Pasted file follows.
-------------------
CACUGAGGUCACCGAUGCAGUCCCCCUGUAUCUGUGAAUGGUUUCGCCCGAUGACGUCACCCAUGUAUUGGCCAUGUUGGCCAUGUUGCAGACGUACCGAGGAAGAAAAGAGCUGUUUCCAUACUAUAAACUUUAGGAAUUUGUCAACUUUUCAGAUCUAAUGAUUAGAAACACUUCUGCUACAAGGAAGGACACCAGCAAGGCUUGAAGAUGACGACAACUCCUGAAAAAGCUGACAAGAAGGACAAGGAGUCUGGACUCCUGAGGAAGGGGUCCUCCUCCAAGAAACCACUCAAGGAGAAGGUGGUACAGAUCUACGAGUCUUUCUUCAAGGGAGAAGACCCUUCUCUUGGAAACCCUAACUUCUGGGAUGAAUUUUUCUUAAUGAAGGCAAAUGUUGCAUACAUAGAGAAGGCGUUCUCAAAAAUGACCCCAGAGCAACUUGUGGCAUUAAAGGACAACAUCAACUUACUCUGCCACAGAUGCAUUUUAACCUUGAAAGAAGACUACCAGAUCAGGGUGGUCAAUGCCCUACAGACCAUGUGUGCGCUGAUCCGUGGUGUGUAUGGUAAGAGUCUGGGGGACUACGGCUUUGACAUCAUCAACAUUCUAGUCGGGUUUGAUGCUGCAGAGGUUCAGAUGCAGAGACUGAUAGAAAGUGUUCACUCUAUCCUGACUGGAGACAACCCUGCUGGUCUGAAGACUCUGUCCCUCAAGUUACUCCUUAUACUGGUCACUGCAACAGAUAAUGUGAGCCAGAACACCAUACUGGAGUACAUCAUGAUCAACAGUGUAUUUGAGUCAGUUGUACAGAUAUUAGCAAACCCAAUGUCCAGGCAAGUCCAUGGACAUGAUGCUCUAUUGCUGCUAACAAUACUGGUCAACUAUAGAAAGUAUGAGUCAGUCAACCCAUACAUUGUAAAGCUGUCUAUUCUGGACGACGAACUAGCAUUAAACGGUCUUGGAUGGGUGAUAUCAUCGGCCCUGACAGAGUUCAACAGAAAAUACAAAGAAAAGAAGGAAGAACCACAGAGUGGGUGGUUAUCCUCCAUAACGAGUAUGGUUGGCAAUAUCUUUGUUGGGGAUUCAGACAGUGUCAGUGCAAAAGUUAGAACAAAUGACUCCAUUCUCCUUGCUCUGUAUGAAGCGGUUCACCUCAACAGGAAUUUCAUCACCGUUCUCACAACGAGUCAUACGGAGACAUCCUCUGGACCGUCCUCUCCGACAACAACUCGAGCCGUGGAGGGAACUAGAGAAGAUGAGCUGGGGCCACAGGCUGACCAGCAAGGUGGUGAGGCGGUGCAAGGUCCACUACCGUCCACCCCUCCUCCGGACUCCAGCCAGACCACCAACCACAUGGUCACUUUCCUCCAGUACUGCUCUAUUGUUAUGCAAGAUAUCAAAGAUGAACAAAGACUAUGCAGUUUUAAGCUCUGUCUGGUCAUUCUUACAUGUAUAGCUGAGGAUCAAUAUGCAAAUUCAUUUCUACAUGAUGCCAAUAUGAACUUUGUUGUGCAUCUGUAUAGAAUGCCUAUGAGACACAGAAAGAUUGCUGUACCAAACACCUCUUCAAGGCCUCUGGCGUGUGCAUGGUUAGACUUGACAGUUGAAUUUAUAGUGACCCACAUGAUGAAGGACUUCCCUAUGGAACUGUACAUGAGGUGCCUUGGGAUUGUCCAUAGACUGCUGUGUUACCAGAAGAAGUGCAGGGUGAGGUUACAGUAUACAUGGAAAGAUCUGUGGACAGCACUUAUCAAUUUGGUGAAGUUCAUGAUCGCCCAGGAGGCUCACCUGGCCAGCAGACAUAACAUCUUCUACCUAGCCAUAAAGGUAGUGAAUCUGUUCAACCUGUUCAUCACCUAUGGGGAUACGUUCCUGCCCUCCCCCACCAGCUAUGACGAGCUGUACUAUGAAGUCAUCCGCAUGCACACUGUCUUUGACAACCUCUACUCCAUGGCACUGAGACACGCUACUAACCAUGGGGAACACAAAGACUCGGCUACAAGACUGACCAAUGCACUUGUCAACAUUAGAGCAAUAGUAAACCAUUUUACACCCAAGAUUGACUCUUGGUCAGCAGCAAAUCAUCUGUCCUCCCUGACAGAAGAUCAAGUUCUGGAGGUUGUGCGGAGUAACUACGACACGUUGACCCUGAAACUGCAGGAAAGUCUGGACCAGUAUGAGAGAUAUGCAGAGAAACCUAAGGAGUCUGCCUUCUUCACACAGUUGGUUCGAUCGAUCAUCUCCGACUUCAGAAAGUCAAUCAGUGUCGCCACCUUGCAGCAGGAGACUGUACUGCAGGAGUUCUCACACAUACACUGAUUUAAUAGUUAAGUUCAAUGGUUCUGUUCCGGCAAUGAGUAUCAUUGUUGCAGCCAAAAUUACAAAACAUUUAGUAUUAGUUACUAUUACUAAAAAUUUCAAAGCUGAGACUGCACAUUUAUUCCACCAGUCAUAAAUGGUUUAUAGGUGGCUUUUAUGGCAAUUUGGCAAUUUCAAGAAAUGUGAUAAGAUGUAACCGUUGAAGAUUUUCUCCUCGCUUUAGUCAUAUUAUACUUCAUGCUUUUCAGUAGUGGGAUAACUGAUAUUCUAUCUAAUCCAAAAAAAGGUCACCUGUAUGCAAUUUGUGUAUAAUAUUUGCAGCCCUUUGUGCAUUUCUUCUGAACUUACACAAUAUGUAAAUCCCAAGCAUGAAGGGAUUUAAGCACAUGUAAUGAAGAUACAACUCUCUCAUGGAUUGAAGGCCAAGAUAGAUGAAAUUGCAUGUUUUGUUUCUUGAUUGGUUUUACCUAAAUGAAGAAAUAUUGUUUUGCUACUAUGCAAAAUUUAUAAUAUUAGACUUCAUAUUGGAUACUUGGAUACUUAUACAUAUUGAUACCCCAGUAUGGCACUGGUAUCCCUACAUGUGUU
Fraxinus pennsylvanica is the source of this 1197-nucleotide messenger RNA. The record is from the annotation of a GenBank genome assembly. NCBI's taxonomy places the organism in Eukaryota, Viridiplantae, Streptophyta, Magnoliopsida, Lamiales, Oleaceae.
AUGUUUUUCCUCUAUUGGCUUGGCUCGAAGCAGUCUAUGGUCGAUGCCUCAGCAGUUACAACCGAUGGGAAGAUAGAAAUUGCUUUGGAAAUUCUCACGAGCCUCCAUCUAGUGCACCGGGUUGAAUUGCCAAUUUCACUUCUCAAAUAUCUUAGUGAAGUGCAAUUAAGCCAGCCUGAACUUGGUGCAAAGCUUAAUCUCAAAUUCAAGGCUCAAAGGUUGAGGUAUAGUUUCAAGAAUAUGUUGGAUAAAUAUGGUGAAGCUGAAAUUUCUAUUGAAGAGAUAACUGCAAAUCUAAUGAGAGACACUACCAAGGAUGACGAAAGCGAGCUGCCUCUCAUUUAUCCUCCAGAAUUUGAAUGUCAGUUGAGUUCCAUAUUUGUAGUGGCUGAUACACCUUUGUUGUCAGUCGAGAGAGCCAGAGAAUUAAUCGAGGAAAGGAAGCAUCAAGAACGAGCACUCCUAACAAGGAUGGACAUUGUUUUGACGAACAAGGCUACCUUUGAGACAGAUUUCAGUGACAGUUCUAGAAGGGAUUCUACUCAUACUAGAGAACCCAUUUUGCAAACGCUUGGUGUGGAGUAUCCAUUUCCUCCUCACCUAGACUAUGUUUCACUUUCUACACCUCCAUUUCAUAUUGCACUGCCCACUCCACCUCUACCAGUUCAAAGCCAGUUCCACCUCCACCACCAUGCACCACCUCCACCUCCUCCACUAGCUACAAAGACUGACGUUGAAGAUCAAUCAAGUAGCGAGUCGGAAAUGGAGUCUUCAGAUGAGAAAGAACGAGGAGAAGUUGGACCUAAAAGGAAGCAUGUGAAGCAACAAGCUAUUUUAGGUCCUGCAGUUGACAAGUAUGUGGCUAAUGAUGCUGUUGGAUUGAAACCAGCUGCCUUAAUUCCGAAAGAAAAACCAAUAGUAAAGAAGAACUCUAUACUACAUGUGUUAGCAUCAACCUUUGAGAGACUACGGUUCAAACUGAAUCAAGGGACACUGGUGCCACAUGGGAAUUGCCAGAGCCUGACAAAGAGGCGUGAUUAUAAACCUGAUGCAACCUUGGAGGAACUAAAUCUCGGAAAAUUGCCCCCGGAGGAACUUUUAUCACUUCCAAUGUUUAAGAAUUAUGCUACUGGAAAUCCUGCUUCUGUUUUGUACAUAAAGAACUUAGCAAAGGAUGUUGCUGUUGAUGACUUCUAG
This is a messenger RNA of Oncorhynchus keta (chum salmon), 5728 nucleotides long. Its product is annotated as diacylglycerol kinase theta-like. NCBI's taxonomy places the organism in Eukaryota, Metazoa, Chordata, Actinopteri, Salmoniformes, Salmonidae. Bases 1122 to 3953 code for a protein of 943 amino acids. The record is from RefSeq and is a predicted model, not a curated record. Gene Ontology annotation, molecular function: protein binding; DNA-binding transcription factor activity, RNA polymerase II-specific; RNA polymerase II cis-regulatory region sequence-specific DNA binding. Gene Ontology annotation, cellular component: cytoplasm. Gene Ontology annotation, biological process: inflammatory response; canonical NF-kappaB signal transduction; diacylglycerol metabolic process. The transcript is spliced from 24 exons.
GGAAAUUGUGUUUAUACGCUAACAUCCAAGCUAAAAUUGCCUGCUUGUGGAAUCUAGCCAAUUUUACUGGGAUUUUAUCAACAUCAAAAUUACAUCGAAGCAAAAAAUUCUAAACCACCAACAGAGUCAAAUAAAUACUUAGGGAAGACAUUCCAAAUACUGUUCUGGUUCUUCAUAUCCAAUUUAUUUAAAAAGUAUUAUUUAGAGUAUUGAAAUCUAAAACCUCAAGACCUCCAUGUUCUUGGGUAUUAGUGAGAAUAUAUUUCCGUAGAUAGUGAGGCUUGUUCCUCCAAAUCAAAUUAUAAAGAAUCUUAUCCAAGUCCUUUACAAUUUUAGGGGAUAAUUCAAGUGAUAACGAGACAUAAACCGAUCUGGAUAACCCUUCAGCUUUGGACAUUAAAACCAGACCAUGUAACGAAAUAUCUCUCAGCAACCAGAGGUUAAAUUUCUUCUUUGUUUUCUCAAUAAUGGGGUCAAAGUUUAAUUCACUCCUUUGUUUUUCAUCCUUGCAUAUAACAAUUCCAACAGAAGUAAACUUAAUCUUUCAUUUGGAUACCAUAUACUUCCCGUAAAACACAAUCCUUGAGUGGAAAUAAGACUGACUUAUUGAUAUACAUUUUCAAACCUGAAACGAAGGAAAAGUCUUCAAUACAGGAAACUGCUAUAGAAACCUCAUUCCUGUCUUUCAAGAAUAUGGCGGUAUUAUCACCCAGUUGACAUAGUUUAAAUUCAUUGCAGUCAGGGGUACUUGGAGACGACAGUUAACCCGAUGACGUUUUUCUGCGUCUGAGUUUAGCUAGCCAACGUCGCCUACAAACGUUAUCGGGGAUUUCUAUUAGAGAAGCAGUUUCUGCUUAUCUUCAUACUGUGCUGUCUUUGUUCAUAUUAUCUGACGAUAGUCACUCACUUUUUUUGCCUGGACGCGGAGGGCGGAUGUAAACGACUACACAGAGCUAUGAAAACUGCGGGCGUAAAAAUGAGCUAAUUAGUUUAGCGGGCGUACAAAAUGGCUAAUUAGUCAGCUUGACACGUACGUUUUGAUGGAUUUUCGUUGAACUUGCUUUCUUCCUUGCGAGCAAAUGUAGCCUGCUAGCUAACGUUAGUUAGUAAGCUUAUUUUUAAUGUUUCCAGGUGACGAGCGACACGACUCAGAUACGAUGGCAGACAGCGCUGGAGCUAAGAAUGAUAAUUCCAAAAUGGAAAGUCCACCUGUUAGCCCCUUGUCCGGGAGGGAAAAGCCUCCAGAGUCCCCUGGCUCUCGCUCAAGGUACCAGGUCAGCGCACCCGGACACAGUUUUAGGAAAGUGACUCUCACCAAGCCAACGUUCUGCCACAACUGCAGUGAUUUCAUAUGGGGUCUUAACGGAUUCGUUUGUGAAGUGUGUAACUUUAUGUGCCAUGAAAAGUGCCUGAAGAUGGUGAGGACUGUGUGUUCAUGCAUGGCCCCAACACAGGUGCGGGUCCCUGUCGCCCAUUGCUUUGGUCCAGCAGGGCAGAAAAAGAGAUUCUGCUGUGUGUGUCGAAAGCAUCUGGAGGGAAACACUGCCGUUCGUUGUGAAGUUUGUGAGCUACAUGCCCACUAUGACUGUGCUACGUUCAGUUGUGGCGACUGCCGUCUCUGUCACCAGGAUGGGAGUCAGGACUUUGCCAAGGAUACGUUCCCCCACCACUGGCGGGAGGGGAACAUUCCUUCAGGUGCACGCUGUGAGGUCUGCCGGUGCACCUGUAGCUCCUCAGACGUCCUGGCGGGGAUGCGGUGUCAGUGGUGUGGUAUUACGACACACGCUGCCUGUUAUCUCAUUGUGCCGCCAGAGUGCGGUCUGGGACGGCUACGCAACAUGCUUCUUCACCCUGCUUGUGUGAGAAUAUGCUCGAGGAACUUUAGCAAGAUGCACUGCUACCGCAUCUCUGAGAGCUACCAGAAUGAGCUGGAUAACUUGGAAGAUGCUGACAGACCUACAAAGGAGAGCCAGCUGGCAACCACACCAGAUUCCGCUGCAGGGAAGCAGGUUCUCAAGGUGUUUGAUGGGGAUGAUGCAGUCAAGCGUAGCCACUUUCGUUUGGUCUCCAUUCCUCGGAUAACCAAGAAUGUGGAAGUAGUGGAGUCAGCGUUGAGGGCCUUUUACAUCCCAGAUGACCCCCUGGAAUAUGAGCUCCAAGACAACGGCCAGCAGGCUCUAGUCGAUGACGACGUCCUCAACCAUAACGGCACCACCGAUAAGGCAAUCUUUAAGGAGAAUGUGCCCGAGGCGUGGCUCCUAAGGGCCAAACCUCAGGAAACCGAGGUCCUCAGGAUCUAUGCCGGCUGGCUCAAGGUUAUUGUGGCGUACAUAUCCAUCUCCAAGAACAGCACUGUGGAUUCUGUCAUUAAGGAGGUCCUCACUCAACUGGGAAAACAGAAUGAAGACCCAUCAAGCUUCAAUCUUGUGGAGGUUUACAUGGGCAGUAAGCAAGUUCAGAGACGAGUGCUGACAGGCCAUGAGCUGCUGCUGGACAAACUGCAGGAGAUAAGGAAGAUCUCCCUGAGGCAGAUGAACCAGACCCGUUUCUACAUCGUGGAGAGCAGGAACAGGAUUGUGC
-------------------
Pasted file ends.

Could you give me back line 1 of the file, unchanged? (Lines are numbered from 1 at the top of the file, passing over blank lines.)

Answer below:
CACUGAGGUCACCGAUGCAGUCCCCCUGUAUCUGUGAAUGGUUUCGCCCGAUGACGUCACCCAUGUAUUGGCCAUGUUGGCCAUGUUGCAGACGUACCGAGGAAGAAAAGAGCUGUUUCCAUACUAUAAACUUUAGGAAUUUGUCAACUUUUCAGAUCUAAUGAUUAGAAACACUUCUGCUACAAGGAAGGACACCAGCAAGGCUUGAAGAUGACGACAACUCCUGAAAAAGCUGACAAGAAGGACAAGGAGUCUGGACUCCUGAGGAAGGGGUCCUCCUCCAAGAAACCACUCAAGGAGAAGGUGGUACAGAUCUACGAGUCUUUCUUCAAGGGAGAAGACCCUUCUCUUGGAAACCCUAACUUCUGGGAUGAAUUUUUCUUAAUGAAGGCAAAUGUUGCAUACAUAGAGAAGGCGUUCUCAAAAAUGACCCCAGAGCAACUUGUGGCAUUAAAGGACAACAUCAACUUACUCUGCCACAGAUGCAUUUUAACCUUGAAAGAAGACUACCAGAUCAGGGUGGUCAAUGCCCUACAGACCAUGUGUGCGCUGAUCCGUGGUGUGUAUGGUAAGAGUCUGGGGGACUACGGCUUUGACAUCAUCAACAUUCUAGUCGGGUUUGAUGCUGCAGAGGUUCAGAUGCAGAGACUGAUAGAAAGUGUUCACUCUAUCCUGACUGGAGACAACCCUGCUGGUCUGAAGACUCUGUCCCUCAAGUUACUCCUUAUACUGGUCACUGCAACAGAUAAUGUGAGCCAGAACACCAUACUGGAGUACAUCAUGAUCAACAGUGUAUUUGAGUCAGUUGUACAGAUAUUAGCAAACCCAAUGUCCAGGCAAGUCCAUGGACAUGAUGCUCUAUUGCUGCUAACAAUACUGGUCAACUAUAGAAAGUAUGAGUCAGUCAACCCAUACAUUGUAAAGCUGUCUAUUCUGGACGACGAACUAGCAUUAAACGGUCUUGGAUGGGUGAUAUCAUCGGCCCUGACAGAGUUCAACAGAAAAUACAAAGAAAAGAAGGAAGAACCACAGAGUGGGUGGUUAUCCUCCAUAACGAGUAUGGUUGGCAAUAUCUUUGUUGGGGAUUCAGACAGUGUCAGUGCAAAAGUUAGAACAAAUGACUCCAUUCUCCUUGCUCUGUAUGAAGCGGUUCACCUCAACAGGAAUUUCAUCACCGUUCUCACAACGAGUCAUACGGAGACAUCCUCUGGACCGUCCUCUCCGACAACAACUCGAGCCGUGGAGGGAACUAGAGAAGAUGAGCUGGGGCCACAGGCUGACCAGCAAGGUGGUGAGGCGGUGCAAGGUCCACUACCGUCCACCCCUCCUCCGGACUCCAGCCAGACCACCAACCACAUGGUCACUUUCCUCCAGUACUGCUCUAUUGUUAUGCAAGAUAUCAAAGAUGAACAAAGACUAUGCAGUUUUAAGCUCUGUCUGGUCAUUCUUACAUGUAUAGCUGAGGAUCAAUAUGCAAAUUCAUUUCUACAUGAUGCCAAUAUGAACUUUGUUGUGCAUCUGUAUAGAAUGCCUAUGAGACACAGAAAGAUUGCUGUACCAAACACCUCUUCAAGGCCUCUGGCGUGUGCAUGGUUAGACUUGACAGUUGAAUUUAUAGUGACCCACAUGAUGAAGGACUUCCCUAUGGAACUGUACAUGAGGUGCCUUGGGAUUGUCCAUAGACUGCUGUGUUACCAGAAGAAGUGCAGGGUGAGGUUACAGUAUACAUGGAAAGAUCUGUGGACAGCACUUAUCAAUUUGGUGAAGUUCAUGAUCGCCCAGGAGGCUCACCUGGCCAGCAGACAUAACAUCUUCUACCUAGCCAUAAAGGUAGUGAAUCUGUUCAACCUGUUCAUCACCUAUGGGGAUACGUUCCUGCCCUCCCCCACCAGCUAUGACGAGCUGUACUAUGAAGUCAUCCGCAUGCACACUGUCUUUGACAACCUCUACUCCAUGGCACUGAGACACGCUACUAACCAUGGGGAACACAAAGACUCGGCUACAAGACUGACCAAUGCACUUGUCAACAUUAGAGCAAUAGUAAACCAUUUUACACCCAAGAUUGACUCUUGGUCAGCAGCAAAUCAUCUGUCCUCCCUGACAGAAGAUCAAGUUCUGGAGGUUGUGCGGAGUAACUACGACACGUUGACCCUGAAACUGCAGGAAAGUCUGGACCAGUAUGAGAGAUAUGCAGAGAAACCUAAGGAGUCUGCCUUCUUCACACAGUUGGUUCGAUCGAUCAUCUCCGACUUCAGAAAGUCAAUCAGUGUCGCCACCUUGCAGCAGGAGACUGUACUGCAGGAGUUCUCACACAUACACUGAUUUAAUAGUUAAGUUCAAUGGUUCUGUUCCGGCAAUGAGUAUCAUUGUUGCAGCCAAAAUUACAAAACAUUUAGUAUUAGUUACUAUUACUAAAAAUUUCAAAGCUGAGACUGCACAUUUAUUCCACCAGUCAUAAAUGGUUUAUAGGUGGCUUUUAUGGCAAUUUGGCAAUUUCAAGAAAUGUGAUAAGAUGUAACCGUUGAAGAUUUUCUCCUCGCUUUAGUCAUAUUAUACUUCAUGCUUUUCAGUAGUGGGAUAACUGAUAUUCUAUCUAAUCCAAAAAAAGGUCACCUGUAUGCAAUUUGUGUAUAAUAUUUGCAGCCCUUUGUGCAUUUCUUCUGAACUUACACAAUAUGUAAAUCCCAAGCAUGAAGGGAUUUAAGCACAUGUAAUGAAGAUACAACUCUCUCAUGGAUUGAAGGCCAAGAUAGAUGAAAUUGCAUGUUUUGUUUCUUGAUUGGUUUUACCUAAAUGAAGAAAUAUUGUUUUGCUACUAUGCAAAAUUUAUAAUAUUAGACUUCAUAUUGGAUACUUGGAUACUUAUACAUAUUGAUACCCCAGUAUGGCACUGGUAUCCCUACAUGUGUU